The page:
“This brilliant book reveals as never before the extraordinary life of Helen Clay Frick, one of the twentieth century's most powerful, elusive, and sometimes vindictive women. Her great-niece has closely examined private family records, museum archives, and many published accounts of events with her characteristic openness to the truth. She has brought to light an amazing range of fascinating issues and events and explains many of Helen Frick's attitudes that have long perplexed her friends, foes, and the curious.”--Donald Miller, former art and architecture critic, Pittsburgh Post-Gazette

”For obvious reasons, relatives of famous people often write poor biographies of them. Sanger, however, is the consummate professional in this fair, warts-and-all portrait of her great-aunt, Helen Clay Frick, the steel-industry heiress, art patron, and champion of New York’s famed Frick Collection and its related art reference library.”—ALA Booklist

”[Sanger] succeeds brilliantly in conveying a vivid sense of her greataunt as an exceptional individual, for better or worse.”—Pittsburgh Quarterly

”A visual treat . . . this impeccable and impartial biography limns the characteristics of Helen, who was an exceptional woman.” —Feminist Review

”A welcome addition to the growing interest in the history of privileged women and of memory and historical preservation.”—The Pennsylvania Magazine of History and Biography

“This remarkable monograph by the great-granddaughter of Henry Clay Frick offers a fascinating portrait of his daughter, Helen Clay Frick. Her achievements intersect the history of art, collecting, museums, women, philanthropy, and historic preservation. Long overshadowed by her father, Helen’s central role in her family’s legacy is restored.”—Woman’s Art Journal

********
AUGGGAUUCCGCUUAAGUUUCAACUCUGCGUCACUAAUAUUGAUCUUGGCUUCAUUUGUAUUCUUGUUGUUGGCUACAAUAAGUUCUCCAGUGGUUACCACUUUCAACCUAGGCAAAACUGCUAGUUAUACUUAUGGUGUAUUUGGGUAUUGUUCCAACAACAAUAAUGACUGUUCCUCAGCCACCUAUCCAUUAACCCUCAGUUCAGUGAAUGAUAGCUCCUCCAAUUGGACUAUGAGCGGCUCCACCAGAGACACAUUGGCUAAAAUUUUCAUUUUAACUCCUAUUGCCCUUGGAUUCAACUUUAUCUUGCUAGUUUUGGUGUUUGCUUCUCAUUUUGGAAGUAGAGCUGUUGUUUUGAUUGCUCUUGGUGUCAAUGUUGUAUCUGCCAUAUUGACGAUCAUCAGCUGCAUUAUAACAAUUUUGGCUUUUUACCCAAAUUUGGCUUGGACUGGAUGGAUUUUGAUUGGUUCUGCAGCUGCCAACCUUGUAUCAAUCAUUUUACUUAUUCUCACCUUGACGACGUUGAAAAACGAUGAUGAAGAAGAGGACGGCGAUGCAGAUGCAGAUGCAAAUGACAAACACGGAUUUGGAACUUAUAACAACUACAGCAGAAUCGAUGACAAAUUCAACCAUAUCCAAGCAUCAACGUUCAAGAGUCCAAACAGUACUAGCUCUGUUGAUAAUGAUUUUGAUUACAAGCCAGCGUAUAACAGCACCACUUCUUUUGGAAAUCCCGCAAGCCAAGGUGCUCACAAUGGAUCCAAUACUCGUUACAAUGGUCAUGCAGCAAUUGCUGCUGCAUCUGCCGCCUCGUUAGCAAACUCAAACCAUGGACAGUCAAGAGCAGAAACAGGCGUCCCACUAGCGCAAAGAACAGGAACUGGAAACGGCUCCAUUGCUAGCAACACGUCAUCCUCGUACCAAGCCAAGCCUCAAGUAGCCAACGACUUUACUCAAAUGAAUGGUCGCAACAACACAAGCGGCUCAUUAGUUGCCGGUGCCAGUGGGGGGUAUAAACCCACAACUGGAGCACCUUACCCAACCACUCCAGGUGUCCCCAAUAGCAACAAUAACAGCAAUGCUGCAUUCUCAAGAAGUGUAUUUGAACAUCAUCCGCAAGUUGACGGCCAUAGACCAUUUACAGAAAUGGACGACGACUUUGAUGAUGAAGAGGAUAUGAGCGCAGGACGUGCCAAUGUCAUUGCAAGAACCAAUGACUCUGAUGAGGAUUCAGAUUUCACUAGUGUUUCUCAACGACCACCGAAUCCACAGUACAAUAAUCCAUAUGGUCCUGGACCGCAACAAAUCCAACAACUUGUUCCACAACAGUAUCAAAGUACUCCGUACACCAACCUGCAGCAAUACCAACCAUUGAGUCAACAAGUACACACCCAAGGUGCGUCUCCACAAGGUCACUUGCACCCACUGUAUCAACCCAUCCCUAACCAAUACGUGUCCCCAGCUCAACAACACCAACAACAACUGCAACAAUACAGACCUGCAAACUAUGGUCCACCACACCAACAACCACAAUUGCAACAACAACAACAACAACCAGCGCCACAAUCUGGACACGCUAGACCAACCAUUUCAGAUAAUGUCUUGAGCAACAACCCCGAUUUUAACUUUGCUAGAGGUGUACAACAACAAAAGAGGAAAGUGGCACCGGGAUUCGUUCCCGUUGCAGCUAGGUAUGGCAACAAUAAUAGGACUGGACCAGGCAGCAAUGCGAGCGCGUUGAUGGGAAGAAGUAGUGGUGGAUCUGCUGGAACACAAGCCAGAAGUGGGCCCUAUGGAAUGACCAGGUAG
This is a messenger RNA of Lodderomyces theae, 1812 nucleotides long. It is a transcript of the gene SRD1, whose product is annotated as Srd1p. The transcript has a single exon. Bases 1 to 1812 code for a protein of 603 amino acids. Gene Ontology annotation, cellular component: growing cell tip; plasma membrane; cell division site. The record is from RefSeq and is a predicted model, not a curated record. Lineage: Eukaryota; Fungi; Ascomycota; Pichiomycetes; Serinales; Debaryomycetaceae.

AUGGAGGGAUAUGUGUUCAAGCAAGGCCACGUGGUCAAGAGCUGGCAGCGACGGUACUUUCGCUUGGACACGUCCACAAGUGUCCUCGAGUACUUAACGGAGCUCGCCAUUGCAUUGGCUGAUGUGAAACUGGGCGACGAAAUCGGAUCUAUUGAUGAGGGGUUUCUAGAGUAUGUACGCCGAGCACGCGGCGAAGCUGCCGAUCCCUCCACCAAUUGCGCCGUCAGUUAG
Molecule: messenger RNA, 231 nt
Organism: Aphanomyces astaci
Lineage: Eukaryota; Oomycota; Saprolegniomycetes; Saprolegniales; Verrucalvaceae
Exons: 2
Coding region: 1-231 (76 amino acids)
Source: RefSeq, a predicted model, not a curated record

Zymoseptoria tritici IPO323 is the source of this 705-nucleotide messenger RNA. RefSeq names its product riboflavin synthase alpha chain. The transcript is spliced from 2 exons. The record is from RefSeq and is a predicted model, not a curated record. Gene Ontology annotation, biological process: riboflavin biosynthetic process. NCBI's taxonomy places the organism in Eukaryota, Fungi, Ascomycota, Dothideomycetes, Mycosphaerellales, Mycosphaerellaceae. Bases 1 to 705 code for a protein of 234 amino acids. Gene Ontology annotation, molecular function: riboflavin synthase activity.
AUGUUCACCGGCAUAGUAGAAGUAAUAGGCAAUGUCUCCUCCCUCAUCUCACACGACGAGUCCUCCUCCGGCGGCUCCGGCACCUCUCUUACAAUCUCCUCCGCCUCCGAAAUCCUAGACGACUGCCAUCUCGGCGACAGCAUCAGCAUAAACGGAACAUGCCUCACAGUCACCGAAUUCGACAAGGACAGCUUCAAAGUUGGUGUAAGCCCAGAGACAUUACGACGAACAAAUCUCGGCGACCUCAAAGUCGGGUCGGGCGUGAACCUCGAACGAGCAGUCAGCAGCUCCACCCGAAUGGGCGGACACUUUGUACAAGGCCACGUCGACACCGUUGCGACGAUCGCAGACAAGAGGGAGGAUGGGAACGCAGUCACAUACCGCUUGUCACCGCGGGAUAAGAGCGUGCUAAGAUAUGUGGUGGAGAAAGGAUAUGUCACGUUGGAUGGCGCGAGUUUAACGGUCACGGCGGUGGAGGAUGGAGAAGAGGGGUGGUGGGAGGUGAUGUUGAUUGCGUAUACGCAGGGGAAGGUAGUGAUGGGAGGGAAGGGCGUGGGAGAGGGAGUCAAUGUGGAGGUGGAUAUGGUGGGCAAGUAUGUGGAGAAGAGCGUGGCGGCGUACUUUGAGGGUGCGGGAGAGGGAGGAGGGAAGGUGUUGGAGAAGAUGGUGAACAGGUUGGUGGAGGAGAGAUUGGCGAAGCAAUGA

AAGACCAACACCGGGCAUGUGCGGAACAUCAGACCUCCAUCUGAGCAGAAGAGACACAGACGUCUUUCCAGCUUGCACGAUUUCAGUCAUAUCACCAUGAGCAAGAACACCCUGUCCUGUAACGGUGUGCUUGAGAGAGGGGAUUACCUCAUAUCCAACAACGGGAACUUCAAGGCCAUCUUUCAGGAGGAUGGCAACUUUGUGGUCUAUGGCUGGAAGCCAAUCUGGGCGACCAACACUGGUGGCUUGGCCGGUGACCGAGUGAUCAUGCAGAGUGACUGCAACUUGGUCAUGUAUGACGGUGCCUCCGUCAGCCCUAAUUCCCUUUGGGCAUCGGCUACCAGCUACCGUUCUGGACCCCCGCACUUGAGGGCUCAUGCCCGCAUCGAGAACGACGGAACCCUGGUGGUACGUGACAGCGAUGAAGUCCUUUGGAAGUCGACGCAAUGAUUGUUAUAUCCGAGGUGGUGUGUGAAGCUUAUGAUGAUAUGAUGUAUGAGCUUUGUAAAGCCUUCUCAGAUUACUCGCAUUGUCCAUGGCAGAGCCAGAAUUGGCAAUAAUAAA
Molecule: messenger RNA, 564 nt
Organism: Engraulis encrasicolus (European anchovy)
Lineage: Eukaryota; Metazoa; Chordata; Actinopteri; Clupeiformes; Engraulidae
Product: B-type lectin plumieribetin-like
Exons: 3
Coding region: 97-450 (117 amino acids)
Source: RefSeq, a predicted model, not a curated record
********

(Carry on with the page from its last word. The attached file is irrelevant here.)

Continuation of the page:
Complete Description Reviews

In 1919, at the age of thirty-one, Helen Clay Frick inherited $38 million, becoming the richest single woman in America. These riches, however, came at a price. Helen's tumultuous early life was shaped by her father's infamy as a union strikebreaker and the ensuing attempt on his life, her mother's debilitating depression, and the death of her older sister and newborn brother about a year apart. Despite these events, Helen built a luminous legacy through her lifelong commitment to social welfare, the environment, and a supreme devotion to the visual arts. Helen's philanthropy touched the lives of thousands. Her contributions included a vacation home for young female textile workers, two wildlife preserves, one a public wilderness park, a Victorian-era house museum, a pre-Civil War historic Mennonite village, a university fine arts department, two art history libraries, and the purchase of many significant works of art for her private collection, the Frick Collection in New York, the University of Pittsburgh teaching collection, and the Frick Art Museum. Through extensive period research and singular access to Frick family archives and Helen Clay Frick's personal writings, Martha Frick Symington Sanger fashions a multifaceted portrait of a complex, often misunderstood, yet indomitable humanitarian, philanthropist, and cultural force in twentieth-century America.


© 2018 University of Pittsburgh Press. All rights reserved.